You can create all sorts of marks using coloured pencils, and the best thing to do is to experiment different ways to see what happens!  So for example, if drawing tree bark, you want to make it look rough and not smooth and flat.  For this I use small jagged strokes in different directions varying the pressure of my pencil marks, but again building up the layers.  

Creating texture on tree bark using coloured pencils 

Another little trick that I use to help produce marks within my drawing, is to use an electric eraser.  This is great for creating effects within layers of pencil, as it allows the underneath colours to shine through.  It's also great for producing little highlights if they are not bright enough.  I used this strategy to help create the texture of the bark within my coloured leopard price of work.  

Sometimes, if I want to create a smoother effect, or a more blended effect, I use a Prismacolor  colourless blender.  I find this also makes the colours brighter and stronger and stand out more.  The only thing to watch if using a blending pencil, or if you have pressed hard with prismacolor pencils is the build up of wax bloom, which takes the shine and brightness away from the picture.  To help remove this, I gently use ear buds to wipe the wax away, and or I use a fixative.  (Personally I really like Lascaux with coloured pencils)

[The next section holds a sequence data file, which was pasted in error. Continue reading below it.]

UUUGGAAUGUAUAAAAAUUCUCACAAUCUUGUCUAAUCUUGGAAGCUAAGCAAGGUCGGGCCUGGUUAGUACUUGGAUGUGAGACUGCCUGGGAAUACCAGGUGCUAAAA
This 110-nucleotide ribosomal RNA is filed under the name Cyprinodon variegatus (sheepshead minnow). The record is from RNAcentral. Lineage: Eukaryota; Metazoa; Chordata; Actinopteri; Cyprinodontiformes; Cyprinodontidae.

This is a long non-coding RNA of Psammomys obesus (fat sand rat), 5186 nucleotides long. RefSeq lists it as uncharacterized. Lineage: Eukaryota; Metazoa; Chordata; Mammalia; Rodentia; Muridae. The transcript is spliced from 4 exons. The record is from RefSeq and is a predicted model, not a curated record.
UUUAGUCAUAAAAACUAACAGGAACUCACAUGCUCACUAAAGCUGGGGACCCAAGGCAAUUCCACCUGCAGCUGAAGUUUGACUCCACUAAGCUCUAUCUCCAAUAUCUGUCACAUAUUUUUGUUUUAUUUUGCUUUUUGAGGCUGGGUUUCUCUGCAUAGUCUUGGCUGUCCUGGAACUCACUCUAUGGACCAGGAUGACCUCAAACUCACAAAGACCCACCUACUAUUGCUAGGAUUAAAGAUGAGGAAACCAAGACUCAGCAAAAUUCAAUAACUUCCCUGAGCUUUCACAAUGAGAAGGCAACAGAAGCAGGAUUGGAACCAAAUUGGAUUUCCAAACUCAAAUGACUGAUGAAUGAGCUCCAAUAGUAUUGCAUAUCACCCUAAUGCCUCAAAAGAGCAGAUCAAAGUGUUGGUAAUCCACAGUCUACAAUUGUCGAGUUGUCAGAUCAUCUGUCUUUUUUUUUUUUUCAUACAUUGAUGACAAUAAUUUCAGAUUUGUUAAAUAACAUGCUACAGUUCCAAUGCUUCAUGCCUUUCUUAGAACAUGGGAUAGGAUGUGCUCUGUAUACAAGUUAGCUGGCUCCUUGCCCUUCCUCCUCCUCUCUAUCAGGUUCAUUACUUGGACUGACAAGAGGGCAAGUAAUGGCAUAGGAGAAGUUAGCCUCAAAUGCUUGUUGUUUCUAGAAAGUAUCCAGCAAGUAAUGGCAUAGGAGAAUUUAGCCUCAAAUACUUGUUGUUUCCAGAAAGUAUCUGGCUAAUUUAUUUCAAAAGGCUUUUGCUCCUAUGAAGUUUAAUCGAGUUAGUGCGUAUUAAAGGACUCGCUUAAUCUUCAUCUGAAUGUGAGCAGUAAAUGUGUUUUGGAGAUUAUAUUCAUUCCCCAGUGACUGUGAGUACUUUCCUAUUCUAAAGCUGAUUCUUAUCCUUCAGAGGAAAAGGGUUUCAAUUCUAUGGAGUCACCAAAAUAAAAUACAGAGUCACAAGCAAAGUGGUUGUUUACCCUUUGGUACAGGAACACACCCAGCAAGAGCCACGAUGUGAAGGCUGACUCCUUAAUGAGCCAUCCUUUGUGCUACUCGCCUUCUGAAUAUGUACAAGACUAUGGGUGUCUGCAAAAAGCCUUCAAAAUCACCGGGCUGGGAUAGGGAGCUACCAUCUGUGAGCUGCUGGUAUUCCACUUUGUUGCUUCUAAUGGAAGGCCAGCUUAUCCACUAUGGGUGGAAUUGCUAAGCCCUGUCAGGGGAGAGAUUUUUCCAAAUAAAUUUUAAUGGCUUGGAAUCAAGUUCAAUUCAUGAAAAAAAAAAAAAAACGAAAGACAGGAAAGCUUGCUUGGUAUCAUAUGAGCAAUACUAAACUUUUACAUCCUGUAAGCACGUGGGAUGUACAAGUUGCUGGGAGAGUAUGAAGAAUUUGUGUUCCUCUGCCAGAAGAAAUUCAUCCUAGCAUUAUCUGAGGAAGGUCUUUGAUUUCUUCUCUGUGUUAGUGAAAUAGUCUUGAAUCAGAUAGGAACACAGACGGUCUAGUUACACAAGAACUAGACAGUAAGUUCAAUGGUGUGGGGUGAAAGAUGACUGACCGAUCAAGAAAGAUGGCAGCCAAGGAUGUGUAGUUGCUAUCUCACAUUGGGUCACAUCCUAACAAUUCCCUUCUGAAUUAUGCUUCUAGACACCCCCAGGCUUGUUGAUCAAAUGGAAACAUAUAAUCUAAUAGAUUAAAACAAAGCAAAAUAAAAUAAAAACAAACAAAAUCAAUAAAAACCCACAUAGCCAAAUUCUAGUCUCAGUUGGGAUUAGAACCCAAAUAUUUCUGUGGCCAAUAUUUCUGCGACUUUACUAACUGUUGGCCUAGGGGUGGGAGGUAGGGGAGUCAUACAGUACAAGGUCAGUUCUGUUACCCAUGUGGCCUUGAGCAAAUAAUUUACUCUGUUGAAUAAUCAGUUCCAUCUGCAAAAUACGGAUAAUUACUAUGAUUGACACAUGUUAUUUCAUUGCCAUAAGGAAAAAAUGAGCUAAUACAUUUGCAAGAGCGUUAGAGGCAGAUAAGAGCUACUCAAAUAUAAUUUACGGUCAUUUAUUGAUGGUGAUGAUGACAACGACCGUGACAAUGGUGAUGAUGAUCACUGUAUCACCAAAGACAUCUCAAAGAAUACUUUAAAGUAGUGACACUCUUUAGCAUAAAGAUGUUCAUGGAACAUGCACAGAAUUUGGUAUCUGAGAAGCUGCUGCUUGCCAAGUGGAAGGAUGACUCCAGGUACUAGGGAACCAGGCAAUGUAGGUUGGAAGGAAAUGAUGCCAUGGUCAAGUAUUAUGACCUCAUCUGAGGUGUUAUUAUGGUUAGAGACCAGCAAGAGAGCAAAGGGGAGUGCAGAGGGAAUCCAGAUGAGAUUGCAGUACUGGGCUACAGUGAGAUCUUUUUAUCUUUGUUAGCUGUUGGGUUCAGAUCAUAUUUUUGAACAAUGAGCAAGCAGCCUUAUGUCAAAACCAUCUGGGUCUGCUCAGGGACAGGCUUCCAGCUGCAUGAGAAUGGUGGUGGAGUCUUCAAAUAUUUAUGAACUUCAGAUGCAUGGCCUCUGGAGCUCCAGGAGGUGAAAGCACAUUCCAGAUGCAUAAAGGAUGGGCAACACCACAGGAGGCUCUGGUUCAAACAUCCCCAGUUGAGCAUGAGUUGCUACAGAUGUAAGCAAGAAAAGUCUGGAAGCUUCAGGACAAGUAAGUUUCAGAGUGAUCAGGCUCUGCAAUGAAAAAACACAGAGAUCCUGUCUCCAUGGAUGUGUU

The effects of a coloured pencil blender

Although I use more colours if producing a picture with coloured pencils than if I was doing an oil painting for example, I try to keep to the same colours within the picture as much as possible to help keep that unified feeling within the picture.  So for example, if I have used indigo blue within the black fur on an animal I will use that same shade of blue within the background trees, or if I have used a few shades of grey within an animal, and I need grey within the background I will try and incorporate some of the same shades of grey.  

There are many ways of creating marks with coloured pencils.  The only way you can really see whats going to work best is to create different textures is to experiment and not be afraid to try things out!